Before the settlement of the 'Han' people - the indigenous population of Fujian were categorised as being a branch of the '百越' (Bai Yue). These were the numerous non-Chinese tribes that lived South of the Yangtze River and North of what is today Vietnam. The term 'Bai Yue' (百越) means 'One Hundred - Snake'. The designation of 'One Hundred' (百 - Bai) refers to the apparent high number of these tribes - whilst 'Snake' (越 - Yue) indicates that these tribes were united around the habit of worshipping 'Snakes'. A branch of these 'Bai Yue' tribes was also referred to as the '粵' (also pronounced 'Yue') - meaning 'Generous' - these people migrated into the geographical area now known as 'Vietnam' with their current name being derived from the term 'Yuet' (Viet) migrating 'South' (Nam).
Obviously, not all One Hundred of these tribes lived in Fujian and early on in history the number living in Fujian was set at 'seven' - meaning these people were called '七闽' (Qi Min) - although today the full name is '八闽' (Ba Min) or 'Eight Min' usually shortened to just 'Min' (闽). The ideogram '闽' (Min) seems to be a simplified version of '閩' (Min). This is the same ideogram used to describe the 'Min' River which flows through Fujian province. The general assumption is that these Eight non-Chinese tribes are named after this River. What does the Upper and Lower Particles of this ideogram tell us?
a) Upper Particle = 門 (men2) - Gate, Doorway and Entrance
b) Lower Particle = 虫 (hui3) - Snake, bug and animal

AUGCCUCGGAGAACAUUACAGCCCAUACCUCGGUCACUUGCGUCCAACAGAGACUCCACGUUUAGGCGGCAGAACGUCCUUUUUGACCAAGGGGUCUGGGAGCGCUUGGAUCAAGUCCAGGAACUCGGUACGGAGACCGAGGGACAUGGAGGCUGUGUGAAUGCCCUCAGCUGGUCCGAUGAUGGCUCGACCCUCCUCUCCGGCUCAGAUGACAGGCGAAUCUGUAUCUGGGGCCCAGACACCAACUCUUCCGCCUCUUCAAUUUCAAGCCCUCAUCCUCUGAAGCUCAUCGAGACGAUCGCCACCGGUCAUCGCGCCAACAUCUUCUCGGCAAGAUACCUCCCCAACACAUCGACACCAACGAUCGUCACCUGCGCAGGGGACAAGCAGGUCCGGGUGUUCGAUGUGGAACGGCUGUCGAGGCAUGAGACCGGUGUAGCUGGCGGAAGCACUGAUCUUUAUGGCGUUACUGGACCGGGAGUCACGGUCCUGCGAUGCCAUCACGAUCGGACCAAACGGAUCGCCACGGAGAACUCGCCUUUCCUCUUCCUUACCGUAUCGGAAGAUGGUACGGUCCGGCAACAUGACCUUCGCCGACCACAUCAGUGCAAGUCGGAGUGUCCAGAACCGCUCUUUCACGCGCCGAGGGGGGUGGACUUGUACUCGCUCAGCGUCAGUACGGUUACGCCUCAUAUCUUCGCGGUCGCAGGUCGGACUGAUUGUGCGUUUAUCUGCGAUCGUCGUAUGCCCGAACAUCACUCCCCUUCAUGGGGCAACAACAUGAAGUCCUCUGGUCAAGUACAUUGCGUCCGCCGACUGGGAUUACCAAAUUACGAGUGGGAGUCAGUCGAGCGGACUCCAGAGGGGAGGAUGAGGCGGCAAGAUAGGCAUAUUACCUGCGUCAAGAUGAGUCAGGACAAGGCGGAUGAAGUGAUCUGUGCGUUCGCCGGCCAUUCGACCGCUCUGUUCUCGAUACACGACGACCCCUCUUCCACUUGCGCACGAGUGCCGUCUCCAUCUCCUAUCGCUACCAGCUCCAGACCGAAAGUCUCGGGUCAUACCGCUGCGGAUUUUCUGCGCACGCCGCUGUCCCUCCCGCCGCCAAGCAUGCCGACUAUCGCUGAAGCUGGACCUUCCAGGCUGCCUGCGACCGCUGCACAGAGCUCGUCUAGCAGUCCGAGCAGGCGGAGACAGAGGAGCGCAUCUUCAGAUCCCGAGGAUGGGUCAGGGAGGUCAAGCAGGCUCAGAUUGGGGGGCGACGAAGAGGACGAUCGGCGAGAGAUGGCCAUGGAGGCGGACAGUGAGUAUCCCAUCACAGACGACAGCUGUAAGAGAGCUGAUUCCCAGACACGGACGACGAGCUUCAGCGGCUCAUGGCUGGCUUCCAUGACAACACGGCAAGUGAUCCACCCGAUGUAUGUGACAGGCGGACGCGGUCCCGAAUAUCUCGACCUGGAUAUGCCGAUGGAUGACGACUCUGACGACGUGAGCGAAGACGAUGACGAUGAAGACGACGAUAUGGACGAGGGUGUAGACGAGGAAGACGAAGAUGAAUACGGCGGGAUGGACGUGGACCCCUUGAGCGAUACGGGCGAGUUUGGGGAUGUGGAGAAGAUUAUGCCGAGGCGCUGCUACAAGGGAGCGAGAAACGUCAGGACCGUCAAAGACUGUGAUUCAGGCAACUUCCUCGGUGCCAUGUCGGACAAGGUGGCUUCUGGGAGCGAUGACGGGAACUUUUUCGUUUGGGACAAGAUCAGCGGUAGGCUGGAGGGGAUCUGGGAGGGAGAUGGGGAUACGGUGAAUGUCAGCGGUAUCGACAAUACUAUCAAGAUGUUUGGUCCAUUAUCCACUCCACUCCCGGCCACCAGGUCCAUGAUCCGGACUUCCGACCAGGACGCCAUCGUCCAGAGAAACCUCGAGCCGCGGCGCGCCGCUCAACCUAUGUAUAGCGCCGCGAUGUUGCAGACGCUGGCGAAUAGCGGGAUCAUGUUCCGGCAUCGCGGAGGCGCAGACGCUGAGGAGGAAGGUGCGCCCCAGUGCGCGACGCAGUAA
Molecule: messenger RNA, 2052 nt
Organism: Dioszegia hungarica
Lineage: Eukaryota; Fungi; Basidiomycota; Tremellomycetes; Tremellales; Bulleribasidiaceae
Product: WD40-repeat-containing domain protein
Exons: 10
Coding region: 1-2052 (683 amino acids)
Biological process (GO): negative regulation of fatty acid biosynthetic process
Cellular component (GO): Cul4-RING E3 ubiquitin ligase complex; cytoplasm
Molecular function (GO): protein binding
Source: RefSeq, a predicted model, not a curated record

Perhaps the Min River was viewed as a 'Gateway to Snakes' - as Fujian province used to be filled with Malarial swamps! Meanwhile, the name 'Fujian' first appeared in the year 733 CE during the 21st year of the reign of the Tang Dynasty Emperor - Kai Yuan (开元). This emperor bestowed this name when he created a special economic zone through which people could interact. As you can see by comparing the work of Mark Edward Lewis with Chinese language historical texts - he is correct in his assessments - but there is much that he misses out. He conveys the false assumption that Fujian was not part of China - it was part of the Chinese world view (as can be seen from the above historical data) but it formed a 'different' part. Someone Chinese has told me that there are different dialects of Min and that the one I have heard is probably related to incomers from the North - which is 'different' to other older Min dialects. After looking at this history - I would agree - although the Northern variant remains the dominant version! One last point is that Fujian is also known to be very mountainous and full of hilly terrain. The valleys were probably river beds until drained - causing sloping territory. There is the riding of narrow boats (the 'high' horse stance) and then there is the need to carry heavy weights up and down the hills. All this, together with farming, all probably influenced the development of local martial arts.